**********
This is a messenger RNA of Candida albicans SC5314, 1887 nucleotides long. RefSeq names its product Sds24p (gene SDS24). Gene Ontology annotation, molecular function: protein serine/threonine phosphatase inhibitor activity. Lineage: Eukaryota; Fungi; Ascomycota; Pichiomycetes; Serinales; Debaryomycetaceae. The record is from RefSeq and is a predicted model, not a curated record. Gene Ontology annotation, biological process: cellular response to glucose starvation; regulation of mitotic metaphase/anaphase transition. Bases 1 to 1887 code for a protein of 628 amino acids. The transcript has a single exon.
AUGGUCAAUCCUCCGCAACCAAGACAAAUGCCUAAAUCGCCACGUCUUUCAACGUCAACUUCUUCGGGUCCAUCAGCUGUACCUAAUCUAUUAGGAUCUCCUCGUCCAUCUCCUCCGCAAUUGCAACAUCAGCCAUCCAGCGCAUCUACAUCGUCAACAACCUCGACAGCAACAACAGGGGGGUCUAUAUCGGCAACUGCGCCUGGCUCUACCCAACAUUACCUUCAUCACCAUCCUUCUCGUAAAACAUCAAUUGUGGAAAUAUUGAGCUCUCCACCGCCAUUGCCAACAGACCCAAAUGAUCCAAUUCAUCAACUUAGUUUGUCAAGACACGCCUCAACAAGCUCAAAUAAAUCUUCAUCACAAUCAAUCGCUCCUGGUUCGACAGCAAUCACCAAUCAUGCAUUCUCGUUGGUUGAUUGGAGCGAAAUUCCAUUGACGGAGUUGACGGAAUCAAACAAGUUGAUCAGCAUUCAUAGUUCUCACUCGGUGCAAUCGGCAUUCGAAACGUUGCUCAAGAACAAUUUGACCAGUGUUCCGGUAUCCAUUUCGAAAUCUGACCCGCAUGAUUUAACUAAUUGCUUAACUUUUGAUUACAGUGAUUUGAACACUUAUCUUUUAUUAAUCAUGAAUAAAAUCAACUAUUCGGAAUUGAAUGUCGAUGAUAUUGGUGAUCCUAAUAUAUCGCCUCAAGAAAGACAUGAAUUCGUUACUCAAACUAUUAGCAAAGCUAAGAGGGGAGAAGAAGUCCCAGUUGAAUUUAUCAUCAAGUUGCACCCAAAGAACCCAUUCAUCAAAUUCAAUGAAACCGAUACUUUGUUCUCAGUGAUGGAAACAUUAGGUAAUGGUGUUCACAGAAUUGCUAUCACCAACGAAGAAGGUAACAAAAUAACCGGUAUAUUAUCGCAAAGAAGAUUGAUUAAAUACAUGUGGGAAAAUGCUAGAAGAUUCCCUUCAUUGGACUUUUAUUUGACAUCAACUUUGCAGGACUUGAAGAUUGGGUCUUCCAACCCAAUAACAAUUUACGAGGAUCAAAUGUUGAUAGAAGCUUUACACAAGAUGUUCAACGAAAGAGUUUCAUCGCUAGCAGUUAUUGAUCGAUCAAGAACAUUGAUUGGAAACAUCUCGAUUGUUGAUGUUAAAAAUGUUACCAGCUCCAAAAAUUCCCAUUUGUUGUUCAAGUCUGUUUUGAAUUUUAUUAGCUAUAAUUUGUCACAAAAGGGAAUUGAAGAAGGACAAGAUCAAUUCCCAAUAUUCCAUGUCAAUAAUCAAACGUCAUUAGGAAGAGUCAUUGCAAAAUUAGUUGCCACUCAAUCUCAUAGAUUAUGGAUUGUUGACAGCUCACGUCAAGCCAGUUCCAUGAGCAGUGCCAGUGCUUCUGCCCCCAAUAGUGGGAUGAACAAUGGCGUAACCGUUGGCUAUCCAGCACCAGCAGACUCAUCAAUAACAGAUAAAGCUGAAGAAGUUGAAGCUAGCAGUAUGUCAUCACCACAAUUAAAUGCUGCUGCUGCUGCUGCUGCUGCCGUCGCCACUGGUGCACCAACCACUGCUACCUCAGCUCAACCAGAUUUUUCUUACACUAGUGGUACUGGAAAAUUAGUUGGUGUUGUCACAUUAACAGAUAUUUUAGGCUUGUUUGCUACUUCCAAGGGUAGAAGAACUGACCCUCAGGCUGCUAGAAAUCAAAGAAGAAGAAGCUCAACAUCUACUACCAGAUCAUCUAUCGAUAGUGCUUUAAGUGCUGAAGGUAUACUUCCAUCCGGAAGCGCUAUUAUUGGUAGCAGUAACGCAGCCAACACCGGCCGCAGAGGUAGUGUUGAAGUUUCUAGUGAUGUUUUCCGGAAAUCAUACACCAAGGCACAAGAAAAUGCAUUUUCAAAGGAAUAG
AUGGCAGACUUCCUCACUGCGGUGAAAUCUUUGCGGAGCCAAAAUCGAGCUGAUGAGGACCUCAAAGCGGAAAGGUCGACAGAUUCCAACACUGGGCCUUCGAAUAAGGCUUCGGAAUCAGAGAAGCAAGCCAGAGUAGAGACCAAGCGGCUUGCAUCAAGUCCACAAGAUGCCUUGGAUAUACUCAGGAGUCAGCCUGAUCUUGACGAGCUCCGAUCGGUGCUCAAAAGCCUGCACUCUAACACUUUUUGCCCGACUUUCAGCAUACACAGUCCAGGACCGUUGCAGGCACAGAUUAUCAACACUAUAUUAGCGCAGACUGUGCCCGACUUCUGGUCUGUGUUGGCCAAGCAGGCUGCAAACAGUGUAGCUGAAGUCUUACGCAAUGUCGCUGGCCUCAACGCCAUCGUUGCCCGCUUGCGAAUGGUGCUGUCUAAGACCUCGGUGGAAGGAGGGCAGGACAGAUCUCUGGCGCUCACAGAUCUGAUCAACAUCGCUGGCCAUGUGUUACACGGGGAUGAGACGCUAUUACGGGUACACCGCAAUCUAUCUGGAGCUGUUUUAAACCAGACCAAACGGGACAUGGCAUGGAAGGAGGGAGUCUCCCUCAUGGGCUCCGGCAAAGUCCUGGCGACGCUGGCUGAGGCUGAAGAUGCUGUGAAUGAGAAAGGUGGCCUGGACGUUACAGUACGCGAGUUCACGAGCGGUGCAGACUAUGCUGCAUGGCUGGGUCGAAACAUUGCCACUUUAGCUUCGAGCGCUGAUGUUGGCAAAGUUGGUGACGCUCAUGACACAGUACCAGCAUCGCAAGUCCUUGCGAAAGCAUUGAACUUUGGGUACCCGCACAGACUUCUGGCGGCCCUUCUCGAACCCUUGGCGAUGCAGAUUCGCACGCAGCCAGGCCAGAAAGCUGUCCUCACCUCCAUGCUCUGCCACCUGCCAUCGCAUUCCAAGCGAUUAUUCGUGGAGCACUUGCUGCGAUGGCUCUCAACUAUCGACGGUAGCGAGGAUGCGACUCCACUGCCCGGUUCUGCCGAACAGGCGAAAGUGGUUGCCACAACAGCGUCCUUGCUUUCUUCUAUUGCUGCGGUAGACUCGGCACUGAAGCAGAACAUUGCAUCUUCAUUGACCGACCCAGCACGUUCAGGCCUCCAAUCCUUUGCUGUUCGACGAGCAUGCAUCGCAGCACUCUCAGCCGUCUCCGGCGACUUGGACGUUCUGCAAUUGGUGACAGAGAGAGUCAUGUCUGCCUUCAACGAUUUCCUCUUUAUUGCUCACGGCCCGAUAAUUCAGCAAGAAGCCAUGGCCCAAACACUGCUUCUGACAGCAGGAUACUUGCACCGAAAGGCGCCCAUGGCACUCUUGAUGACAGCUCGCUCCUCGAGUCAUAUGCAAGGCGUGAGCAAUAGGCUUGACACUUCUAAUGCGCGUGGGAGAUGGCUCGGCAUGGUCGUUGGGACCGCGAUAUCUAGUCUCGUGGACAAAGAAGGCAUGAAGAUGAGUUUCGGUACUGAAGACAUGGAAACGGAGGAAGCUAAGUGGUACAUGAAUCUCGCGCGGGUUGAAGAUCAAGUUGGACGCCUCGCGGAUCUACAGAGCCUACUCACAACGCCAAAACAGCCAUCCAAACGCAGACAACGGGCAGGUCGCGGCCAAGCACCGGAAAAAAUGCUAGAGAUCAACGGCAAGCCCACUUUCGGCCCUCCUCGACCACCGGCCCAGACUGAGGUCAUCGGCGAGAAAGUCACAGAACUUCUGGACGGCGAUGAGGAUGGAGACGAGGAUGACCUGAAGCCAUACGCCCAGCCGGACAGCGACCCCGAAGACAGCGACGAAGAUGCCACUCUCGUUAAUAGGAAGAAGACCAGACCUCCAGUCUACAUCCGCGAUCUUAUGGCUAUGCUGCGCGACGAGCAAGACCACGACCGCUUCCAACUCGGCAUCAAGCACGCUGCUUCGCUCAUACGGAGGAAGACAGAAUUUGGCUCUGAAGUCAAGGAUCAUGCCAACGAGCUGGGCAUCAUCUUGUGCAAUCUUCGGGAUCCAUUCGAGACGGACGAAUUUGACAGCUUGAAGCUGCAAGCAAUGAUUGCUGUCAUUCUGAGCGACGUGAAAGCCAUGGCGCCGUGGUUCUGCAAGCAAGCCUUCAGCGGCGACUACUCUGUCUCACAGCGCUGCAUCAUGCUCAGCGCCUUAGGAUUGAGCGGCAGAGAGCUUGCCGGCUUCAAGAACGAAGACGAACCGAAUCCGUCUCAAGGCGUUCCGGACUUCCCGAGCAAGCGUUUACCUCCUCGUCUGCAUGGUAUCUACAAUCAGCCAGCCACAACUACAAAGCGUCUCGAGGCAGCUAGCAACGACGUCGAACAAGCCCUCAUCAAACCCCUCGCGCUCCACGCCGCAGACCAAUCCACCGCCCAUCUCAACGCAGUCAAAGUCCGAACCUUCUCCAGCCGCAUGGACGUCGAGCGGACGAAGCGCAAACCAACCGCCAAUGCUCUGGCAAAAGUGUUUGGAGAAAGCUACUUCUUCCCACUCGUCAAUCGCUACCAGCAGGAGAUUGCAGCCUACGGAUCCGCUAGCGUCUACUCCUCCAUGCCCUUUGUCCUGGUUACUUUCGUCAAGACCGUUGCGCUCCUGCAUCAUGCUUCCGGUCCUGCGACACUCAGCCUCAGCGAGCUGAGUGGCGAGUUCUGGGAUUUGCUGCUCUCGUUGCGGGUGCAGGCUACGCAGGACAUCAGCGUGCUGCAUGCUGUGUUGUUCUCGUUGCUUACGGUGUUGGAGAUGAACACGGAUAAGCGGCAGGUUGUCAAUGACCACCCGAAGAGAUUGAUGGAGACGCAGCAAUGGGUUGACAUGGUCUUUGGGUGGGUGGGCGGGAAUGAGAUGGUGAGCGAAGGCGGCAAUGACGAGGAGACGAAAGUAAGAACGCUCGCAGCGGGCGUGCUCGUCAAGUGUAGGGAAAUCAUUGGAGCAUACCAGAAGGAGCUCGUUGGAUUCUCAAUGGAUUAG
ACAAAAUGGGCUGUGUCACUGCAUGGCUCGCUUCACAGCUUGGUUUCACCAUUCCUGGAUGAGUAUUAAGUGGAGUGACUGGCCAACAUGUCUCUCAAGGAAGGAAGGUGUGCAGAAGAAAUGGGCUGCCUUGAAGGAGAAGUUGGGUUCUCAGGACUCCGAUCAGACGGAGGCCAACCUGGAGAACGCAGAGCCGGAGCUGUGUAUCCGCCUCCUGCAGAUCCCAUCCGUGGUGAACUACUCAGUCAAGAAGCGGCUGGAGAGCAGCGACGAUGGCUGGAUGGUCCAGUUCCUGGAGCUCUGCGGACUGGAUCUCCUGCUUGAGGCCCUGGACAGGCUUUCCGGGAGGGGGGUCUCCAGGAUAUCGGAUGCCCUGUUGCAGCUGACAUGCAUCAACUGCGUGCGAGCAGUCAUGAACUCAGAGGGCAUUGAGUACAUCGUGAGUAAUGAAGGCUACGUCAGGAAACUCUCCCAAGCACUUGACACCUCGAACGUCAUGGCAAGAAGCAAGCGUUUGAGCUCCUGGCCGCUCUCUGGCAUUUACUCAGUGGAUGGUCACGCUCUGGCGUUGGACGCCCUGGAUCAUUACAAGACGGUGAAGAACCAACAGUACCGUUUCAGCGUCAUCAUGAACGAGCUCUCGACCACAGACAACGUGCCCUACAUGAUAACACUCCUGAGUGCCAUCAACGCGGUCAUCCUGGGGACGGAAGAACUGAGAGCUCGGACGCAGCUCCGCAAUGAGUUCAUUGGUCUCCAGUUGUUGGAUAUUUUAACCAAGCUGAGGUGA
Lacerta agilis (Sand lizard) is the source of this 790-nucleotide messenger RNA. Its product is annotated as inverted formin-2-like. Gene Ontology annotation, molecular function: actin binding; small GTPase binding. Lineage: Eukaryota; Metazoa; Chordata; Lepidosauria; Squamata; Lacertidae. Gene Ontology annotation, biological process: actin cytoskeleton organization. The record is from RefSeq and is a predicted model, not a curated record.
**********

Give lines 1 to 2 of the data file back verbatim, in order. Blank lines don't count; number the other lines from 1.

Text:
This is a messenger RNA of Candida albicans SC5314, 1887 nucleotides long. RefSeq names its product Sds24p (gene SDS24). Gene Ontology annotation, molecular function: protein serine/threonine phosphatase inhibitor activity. Lineage: Eukaryota; Fungi; Ascomycota; Pichiomycetes; Serinales; Debaryomycetaceae. The record is from RefSeq and is a predicted model, not a curated record. Gene Ontology annotation, biological process: cellular response to glucose starvation; regulation of mitotic metaphase/anaphase transition. Bases 1 to 1887 code for a protein of 628 amino acids. The transcript has a single exon.
AUGGUCAAUCCUCCGCAACCAAGACAAAUGCCUAAAUCGCCACGUCUUUCAACGUCAACUUCUUCGGGUCCAUCAGCUGUACCUAAUCUAUUAGGAUCUCCUCGUCCAUCUCCUCCGCAAUUGCAACAUCAGCCAUCCAGCGCAUCUACAUCGUCAACAACCUCGACAGCAACAACAGGGGGGUCUAUAUCGGCAACUGCGCCUGGCUCUACCCAACAUUACCUUCAUCACCAUCCUUCUCGUAAAACAUCAAUUGUGGAAAUAUUGAGCUCUCCACCGCCAUUGCCAACAGACCCAAAUGAUCCAAUUCAUCAACUUAGUUUGUCAAGACACGCCUCAACAAGCUCAAAUAAAUCUUCAUCACAAUCAAUCGCUCCUGGUUCGACAGCAAUCACCAAUCAUGCAUUCUCGUUGGUUGAUUGGAGCGAAAUUCCAUUGACGGAGUUGACGGAAUCAAACAAGUUGAUCAGCAUUCAUAGUUCUCACUCGGUGCAAUCGGCAUUCGAAACGUUGCUCAAGAACAAUUUGACCAGUGUUCCGGUAUCCAUUUCGAAAUCUGACCCGCAUGAUUUAACUAAUUGCUUAACUUUUGAUUACAGUGAUUUGAACACUUAUCUUUUAUUAAUCAUGAAUAAAAUCAACUAUUCGGAAUUGAAUGUCGAUGAUAUUGGUGAUCCUAAUAUAUCGCCUCAAGAAAGACAUGAAUUCGUUACUCAAACUAUUAGCAAAGCUAAGAGGGGAGAAGAAGUCCCAGUUGAAUUUAUCAUCAAGUUGCACCCAAAGAACCCAUUCAUCAAAUUCAAUGAAACCGAUACUUUGUUCUCAGUGAUGGAAACAUUAGGUAAUGGUGUUCACAGAAUUGCUAUCACCAACGAAGAAGGUAACAAAAUAACCGGUAUAUUAUCGCAAAGAAGAUUGAUUAAAUACAUGUGGGAAAAUGCUAGAAGAUUCCCUUCAUUGGACUUUUAUUUGACAUCAACUUUGCAGGACUUGAAGAUUGGGUCUUCCAACCCAAUAACAAUUUACGAGGAUCAAAUGUUGAUAGAAGCUUUACACAAGAUGUUCAACGAAAGAGUUUCAUCGCUAGCAGUUAUUGAUCGAUCAAGAACAUUGAUUGGAAACAUCUCGAUUGUUGAUGUUAAAAAUGUUACCAGCUCCAAAAAUUCCCAUUUGUUGUUCAAGUCUGUUUUGAAUUUUAUUAGCUAUAAUUUGUCACAAAAGGGAAUUGAAGAAGGACAAGAUCAAUUCCCAAUAUUCCAUGUCAAUAAUCAAACGUCAUUAGGAAGAGUCAUUGCAAAAUUAGUUGCCACUCAAUCUCAUAGAUUAUGGAUUGUUGACAGCUCACGUCAAGCCAGUUCCAUGAGCAGUGCCAGUGCUUCUGCCCCCAAUAGUGGGAUGAACAAUGGCGUAACCGUUGGCUAUCCAGCACCAGCAGACUCAUCAAUAACAGAUAAAGCUGAAGAAGUUGAAGCUAGCAGUAUGUCAUCACCACAAUUAAAUGCUGCUGCUGCUGCUGCUGCUGCCGUCGCCACUGGUGCACCAACCACUGCUACCUCAGCUCAACCAGAUUUUUCUUACACUAGUGGUACUGGAAAAUUAGUUGGUGUUGUCACAUUAACAGAUAUUUUAGGCUUGUUUGCUACUUCCAAGGGUAGAAGAACUGACCCUCAGGCUGCUAGAAAUCAAAGAAGAAGAAGCUCAACAUCUACUACCAGAUCAUCUAUCGAUAGUGCUUUAAGUGCUGAAGGUAUACUUCCAUCCGGAAGCGCUAUUAUUGGUAGCAGUAACGCAGCCAACACCGGCCGCAGAGGUAGUGUUGAAGUUUCUAGUGAUGUUUUCCGGAAAUCAUACACCAAGGCACAAGAAAAUGCAUUUUCAAAGGAAUAG